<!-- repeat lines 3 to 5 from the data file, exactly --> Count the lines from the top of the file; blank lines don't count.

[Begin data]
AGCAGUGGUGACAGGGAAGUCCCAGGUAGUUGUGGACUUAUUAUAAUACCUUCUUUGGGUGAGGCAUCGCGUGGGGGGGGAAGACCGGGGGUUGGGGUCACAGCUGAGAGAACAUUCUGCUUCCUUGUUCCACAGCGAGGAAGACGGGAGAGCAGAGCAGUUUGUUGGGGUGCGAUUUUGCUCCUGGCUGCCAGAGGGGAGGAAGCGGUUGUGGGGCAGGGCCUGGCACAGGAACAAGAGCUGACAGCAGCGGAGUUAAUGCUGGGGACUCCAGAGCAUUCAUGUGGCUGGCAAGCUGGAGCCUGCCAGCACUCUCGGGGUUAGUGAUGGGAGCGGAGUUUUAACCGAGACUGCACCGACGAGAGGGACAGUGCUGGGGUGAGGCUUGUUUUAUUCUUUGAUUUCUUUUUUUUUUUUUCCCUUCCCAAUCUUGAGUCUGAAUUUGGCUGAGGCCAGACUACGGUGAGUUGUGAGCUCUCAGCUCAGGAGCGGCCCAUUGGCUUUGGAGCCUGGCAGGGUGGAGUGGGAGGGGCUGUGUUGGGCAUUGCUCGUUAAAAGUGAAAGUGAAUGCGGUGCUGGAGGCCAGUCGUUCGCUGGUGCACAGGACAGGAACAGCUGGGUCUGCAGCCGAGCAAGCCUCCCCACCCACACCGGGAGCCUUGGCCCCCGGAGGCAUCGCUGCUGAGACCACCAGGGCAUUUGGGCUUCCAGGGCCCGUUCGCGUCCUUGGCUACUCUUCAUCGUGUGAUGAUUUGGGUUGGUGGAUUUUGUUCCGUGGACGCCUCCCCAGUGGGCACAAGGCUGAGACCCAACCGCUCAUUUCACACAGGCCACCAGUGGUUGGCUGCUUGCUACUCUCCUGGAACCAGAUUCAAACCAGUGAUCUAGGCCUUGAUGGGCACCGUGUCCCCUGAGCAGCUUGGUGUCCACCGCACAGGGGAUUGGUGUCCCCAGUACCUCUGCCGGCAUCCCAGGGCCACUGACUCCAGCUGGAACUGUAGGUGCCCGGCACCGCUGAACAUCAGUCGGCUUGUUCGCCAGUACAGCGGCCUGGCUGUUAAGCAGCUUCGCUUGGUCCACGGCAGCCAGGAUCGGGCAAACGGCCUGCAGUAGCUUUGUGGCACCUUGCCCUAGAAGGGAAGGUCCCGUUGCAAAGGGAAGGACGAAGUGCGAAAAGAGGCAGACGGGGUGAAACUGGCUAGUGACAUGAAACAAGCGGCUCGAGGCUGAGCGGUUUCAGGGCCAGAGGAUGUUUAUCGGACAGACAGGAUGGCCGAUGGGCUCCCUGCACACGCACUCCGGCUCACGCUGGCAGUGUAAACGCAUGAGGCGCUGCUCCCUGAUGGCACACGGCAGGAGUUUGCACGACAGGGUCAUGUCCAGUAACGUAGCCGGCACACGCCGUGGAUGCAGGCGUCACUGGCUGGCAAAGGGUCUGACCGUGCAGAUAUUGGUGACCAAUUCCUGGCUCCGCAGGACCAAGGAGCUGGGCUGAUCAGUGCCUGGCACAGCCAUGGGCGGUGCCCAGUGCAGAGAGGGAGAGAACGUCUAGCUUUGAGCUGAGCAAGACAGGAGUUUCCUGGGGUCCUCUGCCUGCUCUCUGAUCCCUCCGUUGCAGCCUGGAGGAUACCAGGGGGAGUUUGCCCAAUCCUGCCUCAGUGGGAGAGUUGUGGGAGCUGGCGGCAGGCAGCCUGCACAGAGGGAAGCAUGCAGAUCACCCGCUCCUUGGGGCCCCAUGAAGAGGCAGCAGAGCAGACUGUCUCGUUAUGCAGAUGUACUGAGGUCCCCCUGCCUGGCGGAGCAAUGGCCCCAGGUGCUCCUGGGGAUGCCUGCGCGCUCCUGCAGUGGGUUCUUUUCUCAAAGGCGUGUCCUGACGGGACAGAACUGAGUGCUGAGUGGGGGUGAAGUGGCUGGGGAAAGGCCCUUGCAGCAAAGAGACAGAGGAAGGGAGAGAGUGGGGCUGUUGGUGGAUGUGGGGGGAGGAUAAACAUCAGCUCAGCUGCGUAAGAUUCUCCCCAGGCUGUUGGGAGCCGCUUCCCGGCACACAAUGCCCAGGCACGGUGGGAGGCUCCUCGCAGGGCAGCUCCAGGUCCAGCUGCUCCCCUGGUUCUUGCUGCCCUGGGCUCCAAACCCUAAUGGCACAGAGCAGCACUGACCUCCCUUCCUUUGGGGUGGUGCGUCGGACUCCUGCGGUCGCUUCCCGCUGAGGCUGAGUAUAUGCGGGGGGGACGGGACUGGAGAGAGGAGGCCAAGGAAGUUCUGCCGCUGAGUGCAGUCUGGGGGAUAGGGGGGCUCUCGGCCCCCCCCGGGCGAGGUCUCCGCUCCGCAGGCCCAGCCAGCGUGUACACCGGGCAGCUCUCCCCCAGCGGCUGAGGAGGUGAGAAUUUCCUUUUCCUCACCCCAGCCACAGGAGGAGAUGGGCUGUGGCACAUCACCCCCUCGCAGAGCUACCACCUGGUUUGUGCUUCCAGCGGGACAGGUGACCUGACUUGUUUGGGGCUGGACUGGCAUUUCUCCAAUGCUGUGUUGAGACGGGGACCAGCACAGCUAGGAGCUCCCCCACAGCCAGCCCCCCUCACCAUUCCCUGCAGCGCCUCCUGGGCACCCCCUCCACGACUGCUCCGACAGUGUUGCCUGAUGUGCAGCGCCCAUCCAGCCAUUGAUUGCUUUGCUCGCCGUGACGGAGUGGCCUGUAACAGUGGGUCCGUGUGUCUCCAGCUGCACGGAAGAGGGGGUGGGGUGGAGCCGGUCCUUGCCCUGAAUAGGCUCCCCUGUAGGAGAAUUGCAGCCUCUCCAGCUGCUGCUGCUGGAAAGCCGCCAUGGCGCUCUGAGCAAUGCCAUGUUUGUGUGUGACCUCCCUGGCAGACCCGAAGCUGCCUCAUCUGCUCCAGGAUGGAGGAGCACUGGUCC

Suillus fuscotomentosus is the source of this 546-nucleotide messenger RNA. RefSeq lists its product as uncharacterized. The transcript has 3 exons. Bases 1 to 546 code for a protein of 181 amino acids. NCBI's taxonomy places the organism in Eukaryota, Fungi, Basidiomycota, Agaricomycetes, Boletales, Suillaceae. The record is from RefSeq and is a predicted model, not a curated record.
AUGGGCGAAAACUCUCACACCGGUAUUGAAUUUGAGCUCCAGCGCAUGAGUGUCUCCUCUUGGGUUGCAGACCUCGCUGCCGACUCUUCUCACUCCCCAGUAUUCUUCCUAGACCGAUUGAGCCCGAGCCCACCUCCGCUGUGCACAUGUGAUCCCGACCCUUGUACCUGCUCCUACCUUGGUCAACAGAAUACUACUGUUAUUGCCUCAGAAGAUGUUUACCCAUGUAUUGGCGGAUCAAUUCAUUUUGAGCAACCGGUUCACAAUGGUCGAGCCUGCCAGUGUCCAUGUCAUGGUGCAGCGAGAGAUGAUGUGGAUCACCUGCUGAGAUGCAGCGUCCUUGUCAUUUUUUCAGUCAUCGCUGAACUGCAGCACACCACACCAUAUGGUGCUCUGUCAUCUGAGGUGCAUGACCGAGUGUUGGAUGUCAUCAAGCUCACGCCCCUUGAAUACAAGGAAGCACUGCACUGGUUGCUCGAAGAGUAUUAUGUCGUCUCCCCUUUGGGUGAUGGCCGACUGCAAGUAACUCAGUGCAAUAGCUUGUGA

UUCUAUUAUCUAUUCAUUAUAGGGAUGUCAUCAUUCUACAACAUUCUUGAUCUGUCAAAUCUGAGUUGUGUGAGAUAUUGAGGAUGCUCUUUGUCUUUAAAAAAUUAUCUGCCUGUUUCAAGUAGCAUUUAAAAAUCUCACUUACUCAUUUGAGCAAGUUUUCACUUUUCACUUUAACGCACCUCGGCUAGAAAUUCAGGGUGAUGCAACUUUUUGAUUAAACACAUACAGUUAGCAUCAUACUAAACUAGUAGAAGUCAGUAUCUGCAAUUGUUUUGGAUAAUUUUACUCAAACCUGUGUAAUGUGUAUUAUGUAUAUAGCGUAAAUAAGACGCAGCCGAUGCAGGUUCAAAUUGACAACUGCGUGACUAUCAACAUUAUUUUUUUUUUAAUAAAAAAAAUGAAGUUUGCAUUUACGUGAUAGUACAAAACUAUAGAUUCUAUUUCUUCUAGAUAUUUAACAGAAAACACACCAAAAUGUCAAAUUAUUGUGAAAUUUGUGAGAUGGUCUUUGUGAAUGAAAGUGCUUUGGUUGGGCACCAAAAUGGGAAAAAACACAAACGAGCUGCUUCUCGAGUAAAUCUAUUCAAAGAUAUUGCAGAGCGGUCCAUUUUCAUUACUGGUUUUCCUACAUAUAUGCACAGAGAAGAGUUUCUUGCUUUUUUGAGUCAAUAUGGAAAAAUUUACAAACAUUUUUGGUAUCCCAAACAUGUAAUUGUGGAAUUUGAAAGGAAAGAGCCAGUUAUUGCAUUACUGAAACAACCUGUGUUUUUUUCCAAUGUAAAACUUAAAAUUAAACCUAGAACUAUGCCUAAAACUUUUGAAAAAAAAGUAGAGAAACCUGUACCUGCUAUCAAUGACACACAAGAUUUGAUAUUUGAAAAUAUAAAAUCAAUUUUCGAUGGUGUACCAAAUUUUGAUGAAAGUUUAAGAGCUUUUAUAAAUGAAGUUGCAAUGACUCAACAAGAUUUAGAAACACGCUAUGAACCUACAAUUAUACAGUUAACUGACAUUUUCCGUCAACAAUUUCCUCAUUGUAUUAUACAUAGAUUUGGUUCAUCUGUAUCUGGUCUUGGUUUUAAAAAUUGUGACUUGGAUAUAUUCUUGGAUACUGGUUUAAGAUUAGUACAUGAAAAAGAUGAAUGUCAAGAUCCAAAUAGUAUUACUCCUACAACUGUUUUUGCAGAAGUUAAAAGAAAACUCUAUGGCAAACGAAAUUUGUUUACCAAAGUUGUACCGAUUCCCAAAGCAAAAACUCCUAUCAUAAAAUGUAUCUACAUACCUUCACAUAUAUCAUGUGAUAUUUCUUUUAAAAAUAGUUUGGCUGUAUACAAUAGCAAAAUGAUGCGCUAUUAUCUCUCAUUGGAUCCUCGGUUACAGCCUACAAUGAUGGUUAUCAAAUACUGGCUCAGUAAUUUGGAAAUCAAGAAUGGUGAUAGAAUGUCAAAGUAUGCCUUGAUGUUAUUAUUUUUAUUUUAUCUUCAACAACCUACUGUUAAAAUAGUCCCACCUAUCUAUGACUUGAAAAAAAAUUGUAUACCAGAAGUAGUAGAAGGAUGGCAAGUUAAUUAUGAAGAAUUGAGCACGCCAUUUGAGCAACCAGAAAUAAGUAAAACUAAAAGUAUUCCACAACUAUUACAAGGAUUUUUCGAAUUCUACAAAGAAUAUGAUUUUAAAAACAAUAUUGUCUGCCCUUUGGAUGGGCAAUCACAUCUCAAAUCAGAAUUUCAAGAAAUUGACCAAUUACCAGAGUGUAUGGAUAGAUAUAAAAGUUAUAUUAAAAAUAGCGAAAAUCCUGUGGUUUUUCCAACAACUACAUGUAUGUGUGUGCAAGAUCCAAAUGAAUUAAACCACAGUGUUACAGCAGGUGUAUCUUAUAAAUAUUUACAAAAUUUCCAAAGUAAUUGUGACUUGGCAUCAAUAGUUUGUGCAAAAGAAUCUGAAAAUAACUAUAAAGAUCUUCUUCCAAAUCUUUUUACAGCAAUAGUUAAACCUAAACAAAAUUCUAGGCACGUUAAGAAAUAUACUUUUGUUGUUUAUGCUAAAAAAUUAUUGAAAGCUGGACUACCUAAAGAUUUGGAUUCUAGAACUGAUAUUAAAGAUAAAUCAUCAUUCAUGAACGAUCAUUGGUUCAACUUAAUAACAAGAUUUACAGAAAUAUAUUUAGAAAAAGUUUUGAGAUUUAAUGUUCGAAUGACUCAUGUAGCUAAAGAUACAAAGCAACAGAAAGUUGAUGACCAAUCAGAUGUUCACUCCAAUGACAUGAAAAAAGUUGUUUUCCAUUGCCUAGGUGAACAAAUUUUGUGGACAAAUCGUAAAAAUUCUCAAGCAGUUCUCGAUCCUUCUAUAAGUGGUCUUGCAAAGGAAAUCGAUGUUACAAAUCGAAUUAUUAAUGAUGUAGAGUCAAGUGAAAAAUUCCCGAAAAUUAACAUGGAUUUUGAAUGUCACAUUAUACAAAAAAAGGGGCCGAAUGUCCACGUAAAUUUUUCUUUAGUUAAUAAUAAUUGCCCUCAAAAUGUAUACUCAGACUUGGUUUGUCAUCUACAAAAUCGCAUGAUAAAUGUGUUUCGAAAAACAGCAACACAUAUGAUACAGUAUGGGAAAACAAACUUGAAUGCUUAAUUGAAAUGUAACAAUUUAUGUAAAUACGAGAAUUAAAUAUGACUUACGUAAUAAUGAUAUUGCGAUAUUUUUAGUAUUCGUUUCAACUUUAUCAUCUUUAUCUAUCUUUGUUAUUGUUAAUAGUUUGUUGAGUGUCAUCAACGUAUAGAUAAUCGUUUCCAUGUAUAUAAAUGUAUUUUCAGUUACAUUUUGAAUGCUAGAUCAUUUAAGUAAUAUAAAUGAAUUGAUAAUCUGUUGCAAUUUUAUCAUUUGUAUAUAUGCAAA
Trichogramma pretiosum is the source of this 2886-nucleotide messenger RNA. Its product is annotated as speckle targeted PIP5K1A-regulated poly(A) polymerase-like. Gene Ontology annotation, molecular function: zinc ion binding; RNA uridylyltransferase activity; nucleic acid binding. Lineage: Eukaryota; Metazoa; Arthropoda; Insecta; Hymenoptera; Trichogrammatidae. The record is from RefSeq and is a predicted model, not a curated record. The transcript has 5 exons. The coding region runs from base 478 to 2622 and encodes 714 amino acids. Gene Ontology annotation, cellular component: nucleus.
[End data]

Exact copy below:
AUGGGCGAAAACUCUCACACCGGUAUUGAAUUUGAGCUCCAGCGCAUGAGUGUCUCCUCUUGGGUUGCAGACCUCGCUGCCGACUCUUCUCACUCCCCAGUAUUCUUCCUAGACCGAUUGAGCCCGAGCCCACCUCCGCUGUGCACAUGUGAUCCCGACCCUUGUACCUGCUCCUACCUUGGUCAACAGAAUACUACUGUUAUUGCCUCAGAAGAUGUUUACCCAUGUAUUGGCGGAUCAAUUCAUUUUGAGCAACCGGUUCACAAUGGUCGAGCCUGCCAGUGUCCAUGUCAUGGUGCAGCGAGAGAUGAUGUGGAUCACCUGCUGAGAUGCAGCGUCCUUGUCAUUUUUUCAGUCAUCGCUGAACUGCAGCACACCACACCAUAUGGUGCUCUGUCAUCUGAGGUGCAUGACCGAGUGUUGGAUGUCAUCAAGCUCACGCCCCUUGAAUACAAGGAAGCACUGCACUGGUUGCUCGAAGAGUAUUAUGUCGUCUCCCCUUUGGGUGAUGGCCGACUGCAAGUAACUCAGUGCAAUAGCUUGUGA

UUCUAUUAUCUAUUCAUUAUAGGGAUGUCAUCAUUCUACAACAUUCUUGAUCUGUCAAAUCUGAGUUGUGUGAGAUAUUGAGGAUGCUCUUUGUCUUUAAAAAAUUAUCUGCCUGUUUCAAGUAGCAUUUAAAAAUCUCACUUACUCAUUUGAGCAAGUUUUCACUUUUCACUUUAACGCACCUCGGCUAGAAAUUCAGGGUGAUGCAACUUUUUGAUUAAACACAUACAGUUAGCAUCAUACUAAACUAGUAGAAGUCAGUAUCUGCAAUUGUUUUGGAUAAUUUUACUCAAACCUGUGUAAUGUGUAUUAUGUAUAUAGCGUAAAUAAGACGCAGCCGAUGCAGGUUCAAAUUGACAACUGCGUGACUAUCAACAUUAUUUUUUUUUUAAUAAAAAAAAUGAAGUUUGCAUUUACGUGAUAGUACAAAACUAUAGAUUCUAUUUCUUCUAGAUAUUUAACAGAAAACACACCAAAAUGUCAAAUUAUUGUGAAAUUUGUGAGAUGGUCUUUGUGAAUGAAAGUGCUUUGGUUGGGCACCAAAAUGGGAAAAAACACAAACGAGCUGCUUCUCGAGUAAAUCUAUUCAAAGAUAUUGCAGAGCGGUCCAUUUUCAUUACUGGUUUUCCUACAUAUAUGCACAGAGAAGAGUUUCUUGCUUUUUUGAGUCAAUAUGGAAAAAUUUACAAACAUUUUUGGUAUCCCAAACAUGUAAUUGUGGAAUUUGAAAGGAAAGAGCCAGUUAUUGCAUUACUGAAACAACCUGUGUUUUUUUCCAAUGUAAAACUUAAAAUUAAACCUAGAACUAUGCCUAAAACUUUUGAAAAAAAAGUAGAGAAACCUGUACCUGCUAUCAAUGACACACAAGAUUUGAUAUUUGAAAAUAUAAAAUCAAUUUUCGAUGGUGUACCAAAUUUUGAUGAAAGUUUAAGAGCUUUUAUAAAUGAAGUUGCAAUGACUCAACAAGAUUUAGAAACACGCUAUGAACCUACAAUUAUACAGUUAACUGACAUUUUCCGUCAACAAUUUCCUCAUUGUAUUAUACAUAGAUUUGGUUCAUCUGUAUCUGGUCUUGGUUUUAAAAAUUGUGACUUGGAUAUAUUCUUGGAUACUGGUUUAAGAUUAGUACAUGAAAAAGAUGAAUGUCAAGAUCCAAAUAGUAUUACUCCUACAACUGUUUUUGCAGAAGUUAAAAGAAAACUCUAUGGCAAACGAAAUUUGUUUACCAAAGUUGUACCGAUUCCCAAAGCAAAAACUCCUAUCAUAAAAUGUAUCUACAUACCUUCACAUAUAUCAUGUGAUAUUUCUUUUAAAAAUAGUUUGGCUGUAUACAAUAGCAAAAUGAUGCGCUAUUAUCUCUCAUUGGAUCCUCGGUUACAGCCUACAAUGAUGGUUAUCAAAUACUGGCUCAGUAAUUUGGAAAUCAAGAAUGGUGAUAGAAUGUCAAAGUAUGCCUUGAUGUUAUUAUUUUUAUUUUAUCUUCAACAACCUACUGUUAAAAUAGUCCCACCUAUCUAUGACUUGAAAAAAAAUUGUAUACCAGAAGUAGUAGAAGGAUGGCAAGUUAAUUAUGAAGAAUUGAGCACGCCAUUUGAGCAACCAGAAAUAAGUAAAACUAAAAGUAUUCCACAACUAUUACAAGGAUUUUUCGAAUUCUACAAAGAAUAUGAUUUUAAAAACAAUAUUGUCUGCCCUUUGGAUGGGCAAUCACAUCUCAAAUCAGAAUUUCAAGAAAUUGACCAAUUACCAGAGUGUAUGGAUAGAUAUAAAAGUUAUAUUAAAAAUAGCGAAAAUCCUGUGGUUUUUCCAACAACUACAUGUAUGUGUGUGCAAGAUCCAAAUGAAUUAAACCACAGUGUUACAGCAGGUGUAUCUUAUAAAUAUUUACAAAAUUUCCAAAGUAAUUGUGACUUGGCAUCAAUAGUUUGUGCAAAAGAAUCUGAAAAUAACUAUAAAGAUCUUCUUCCAAAUCUUUUUACAGCAAUAGUUAAACCUAAACAAAAUUCUAGGCACGUUAAGAAAUAUACUUUUGUUGUUUAUGCUAAAAAAUUAUUGAAAGCUGGACUACCUAAAGAUUUGGAUUCUAGAACUGAUAUUAAAGAUAAAUCAUCAUUCAUGAACGAUCAUUGGUUCAACUUAAUAACAAGAUUUACAGAAAUAUAUUUAGAAAAAGUUUUGAGAUUUAAUGUUCGAAUGACUCAUGUAGCUAAAGAUACAAAGCAACAGAAAGUUGAUGACCAAUCAGAUGUUCACUCCAAUGACAUGAAAAAAGUUGUUUUCCAUUGCCUAGGUGAACAAAUUUUGUGGACAAAUCGUAAAAAUUCUCAAGCAGUUCUCGAUCCUUCUAUAAGUGGUCUUGCAAAGGAAAUCGAUGUUACAAAUCGAAUUAUUAAUGAUGUAGAGUCAAGUGAAAAAUUCCCGAAAAUUAACAUGGAUUUUGAAUGUCACAUUAUACAAAAAAAGGGGCCGAAUGUCCACGUAAAUUUUUCUUUAGUUAAUAAUAAUUGCCCUCAAAAUGUAUACUCAGACUUGGUUUGUCAUCUACAAAAUCGCAUGAUAAAUGUGUUUCGAAAAACAGCAACACAUAUGAUACAGUAUGGGAAAACAAACUUGAAUGCUUAAUUGAAAUGUAACAAUUUAUGUAAAUACGAGAAUUAAAUAUGACUUACGUAAUAAUGAUAUUGCGAUAUUUUUAGUAUUCGUUUCAACUUUAUCAUCUUUAUCUAUCUUUGUUAUUGUUAAUAGUUUGUUGAGUGUCAUCAACGUAUAGAUAAUCGUUUCCAUGUAUAUAAAUGUAUUUUCAGUUACAUUUUGAAUGCUAGAUCAUUUAAGUAAUAUAAAUGAAUUGAUAAUCUGUUGCAAUUUUAUCAUUUGUAUAUAUGCAAA
Trichogramma pretiosum is the source of this 2886-nucleotide messenger RNA. Its product is annotated as speckle targeted PIP5K1A-regulated poly(A) polymerase-like. Gene Ontology annotation, molecular function: zinc ion binding; RNA uridylyltransferase activity; nucleic acid binding. Lineage: Eukaryota; Metazoa; Arthropoda; Insecta; Hymenoptera; Trichogrammatidae. The record is from RefSeq and is a predicted model, not a curated record. The transcript has 5 exons. The coding region runs from base 478 to 2622 and encodes 714 amino acids. Gene Ontology annotation, cellular component: nucleus.